Downdrafts are generated when rain-cooled, more dense air sinks inside a thunderstorm. Also some of the strong winds aloft are carried down with the downdraft by a process called "momentum transfer". As precipitation begins to fall, it drags some of the air with it. This "precipitation drag" initiates a downdraft. The downdraft is intensified by evaporative cooling as drier air from the edges of the storm mix with the moist air within the storm.

These processes lead to a rapid downward rush of air. As the air impacts the ground it is forced to spread out laterally causing the gusty winds associated with thunderstorms. Occasionally, thunderstorms will produce intense downdrafts that create damage as the wind spread out along the ground.

Downbursts and Aircraft

Downbursts can create hazardous conditions for pilots and these events have been responsible for several disasters.

  1. As aircraft descend (right) into the airport they follow an imagery line called the "glide slope" to the runway (solid light blue line).
  2. Upon entering the downburst, the plane encounters a "headwind", an increase in wind speed over the aircraft. The faster wind creates lift causing the plane to rise above the glide slope. To return the plane to the proper position, the pilot lowers the throttle to decrease the plane's speed thereby causing the plane to descend.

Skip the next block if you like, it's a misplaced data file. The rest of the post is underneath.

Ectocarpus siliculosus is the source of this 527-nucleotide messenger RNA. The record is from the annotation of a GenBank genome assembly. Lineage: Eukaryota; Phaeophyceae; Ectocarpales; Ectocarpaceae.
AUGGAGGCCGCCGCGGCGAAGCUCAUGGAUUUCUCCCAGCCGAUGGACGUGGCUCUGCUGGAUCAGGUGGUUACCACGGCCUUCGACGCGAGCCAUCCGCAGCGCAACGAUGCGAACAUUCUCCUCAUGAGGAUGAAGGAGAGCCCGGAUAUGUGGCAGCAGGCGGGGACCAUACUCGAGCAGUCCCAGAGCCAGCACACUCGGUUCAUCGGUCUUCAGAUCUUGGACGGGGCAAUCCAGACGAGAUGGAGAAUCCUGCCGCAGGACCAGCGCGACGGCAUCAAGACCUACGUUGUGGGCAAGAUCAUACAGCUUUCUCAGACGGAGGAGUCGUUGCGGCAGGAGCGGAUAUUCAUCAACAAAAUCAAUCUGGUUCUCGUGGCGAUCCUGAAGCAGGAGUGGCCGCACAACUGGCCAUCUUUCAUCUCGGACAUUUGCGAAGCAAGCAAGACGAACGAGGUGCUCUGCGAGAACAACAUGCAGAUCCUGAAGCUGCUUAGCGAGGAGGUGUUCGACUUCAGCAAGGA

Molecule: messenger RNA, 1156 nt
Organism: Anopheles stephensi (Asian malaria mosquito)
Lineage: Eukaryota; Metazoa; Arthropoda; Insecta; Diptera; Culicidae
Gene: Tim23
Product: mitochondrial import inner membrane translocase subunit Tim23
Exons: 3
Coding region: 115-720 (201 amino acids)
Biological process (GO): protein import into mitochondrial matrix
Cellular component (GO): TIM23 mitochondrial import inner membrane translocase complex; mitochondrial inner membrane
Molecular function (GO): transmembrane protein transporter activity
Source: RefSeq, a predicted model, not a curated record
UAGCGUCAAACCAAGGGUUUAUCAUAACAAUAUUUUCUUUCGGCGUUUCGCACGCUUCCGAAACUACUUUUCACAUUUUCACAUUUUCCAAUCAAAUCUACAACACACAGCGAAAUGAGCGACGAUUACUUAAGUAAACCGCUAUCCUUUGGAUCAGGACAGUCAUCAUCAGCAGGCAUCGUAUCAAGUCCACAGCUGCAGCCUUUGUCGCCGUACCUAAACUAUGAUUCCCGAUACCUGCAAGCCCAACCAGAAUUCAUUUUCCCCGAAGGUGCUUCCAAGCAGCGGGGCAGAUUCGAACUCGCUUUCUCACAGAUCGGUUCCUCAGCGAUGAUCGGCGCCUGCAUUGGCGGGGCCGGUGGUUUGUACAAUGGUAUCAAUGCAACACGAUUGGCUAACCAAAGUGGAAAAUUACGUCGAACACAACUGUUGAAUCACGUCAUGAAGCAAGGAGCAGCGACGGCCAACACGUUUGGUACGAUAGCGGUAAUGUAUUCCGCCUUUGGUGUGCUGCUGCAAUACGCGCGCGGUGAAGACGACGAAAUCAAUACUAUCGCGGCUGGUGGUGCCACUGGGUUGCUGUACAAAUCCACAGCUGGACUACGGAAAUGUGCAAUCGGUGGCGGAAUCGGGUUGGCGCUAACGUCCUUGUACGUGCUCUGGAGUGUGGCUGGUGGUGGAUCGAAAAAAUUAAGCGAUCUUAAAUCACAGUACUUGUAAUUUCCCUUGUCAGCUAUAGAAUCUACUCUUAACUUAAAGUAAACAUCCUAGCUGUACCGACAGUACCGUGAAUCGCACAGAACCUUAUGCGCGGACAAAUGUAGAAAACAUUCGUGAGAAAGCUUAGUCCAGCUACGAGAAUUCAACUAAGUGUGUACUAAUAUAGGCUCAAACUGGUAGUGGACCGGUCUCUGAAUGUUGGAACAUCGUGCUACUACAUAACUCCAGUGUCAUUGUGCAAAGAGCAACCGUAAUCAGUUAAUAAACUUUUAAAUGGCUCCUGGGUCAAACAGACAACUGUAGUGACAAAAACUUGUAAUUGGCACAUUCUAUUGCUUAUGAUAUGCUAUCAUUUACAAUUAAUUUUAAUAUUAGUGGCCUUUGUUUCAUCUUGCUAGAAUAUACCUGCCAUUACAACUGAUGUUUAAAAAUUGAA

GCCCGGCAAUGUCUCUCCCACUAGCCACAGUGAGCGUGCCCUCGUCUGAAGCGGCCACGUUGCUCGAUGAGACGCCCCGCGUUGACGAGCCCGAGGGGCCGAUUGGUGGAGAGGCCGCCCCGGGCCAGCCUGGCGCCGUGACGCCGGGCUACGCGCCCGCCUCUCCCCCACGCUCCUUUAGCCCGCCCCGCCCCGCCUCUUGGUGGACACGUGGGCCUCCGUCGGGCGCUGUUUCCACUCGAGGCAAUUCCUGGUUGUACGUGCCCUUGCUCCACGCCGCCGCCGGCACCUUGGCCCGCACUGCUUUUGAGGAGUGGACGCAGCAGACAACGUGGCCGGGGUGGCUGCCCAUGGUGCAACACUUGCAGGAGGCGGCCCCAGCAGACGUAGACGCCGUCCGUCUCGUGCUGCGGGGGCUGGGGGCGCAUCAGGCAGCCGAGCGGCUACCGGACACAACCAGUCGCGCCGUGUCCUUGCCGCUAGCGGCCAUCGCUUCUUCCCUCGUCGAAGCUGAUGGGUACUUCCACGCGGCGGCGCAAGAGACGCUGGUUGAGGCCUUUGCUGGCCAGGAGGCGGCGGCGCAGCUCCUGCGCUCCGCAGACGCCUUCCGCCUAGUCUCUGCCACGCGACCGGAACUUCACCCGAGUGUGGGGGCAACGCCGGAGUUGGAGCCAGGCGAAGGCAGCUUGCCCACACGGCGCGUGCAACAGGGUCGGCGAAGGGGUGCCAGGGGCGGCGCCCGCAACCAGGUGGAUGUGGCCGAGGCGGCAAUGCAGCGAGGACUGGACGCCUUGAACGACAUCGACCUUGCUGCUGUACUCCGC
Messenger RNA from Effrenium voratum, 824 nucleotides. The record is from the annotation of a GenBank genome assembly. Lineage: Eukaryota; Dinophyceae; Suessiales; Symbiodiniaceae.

3. As the plane flies to the other side of the downburst, the wind direction shifts and is now from behind the aircraft. This decreases the wind over the wing reducing lift. The plane sinks below the glide slope.
  4. However, the "tailwind" remains strong and even with the pilot applying full throttle trying to increase lift again, there is little, if any, room to recover from the rapid descent causing the plane to crash short of the runway.

Since the discovery of this effect in the early to mid 1980's, pilots are now trained to recognize this event and take appropriate actions to prevent accidents. Also, many airports are now equipped with equipment to detect downbursts and warn aircraft of their location. is the U.S. government's official web portal to all federal, state and local government web resources and services.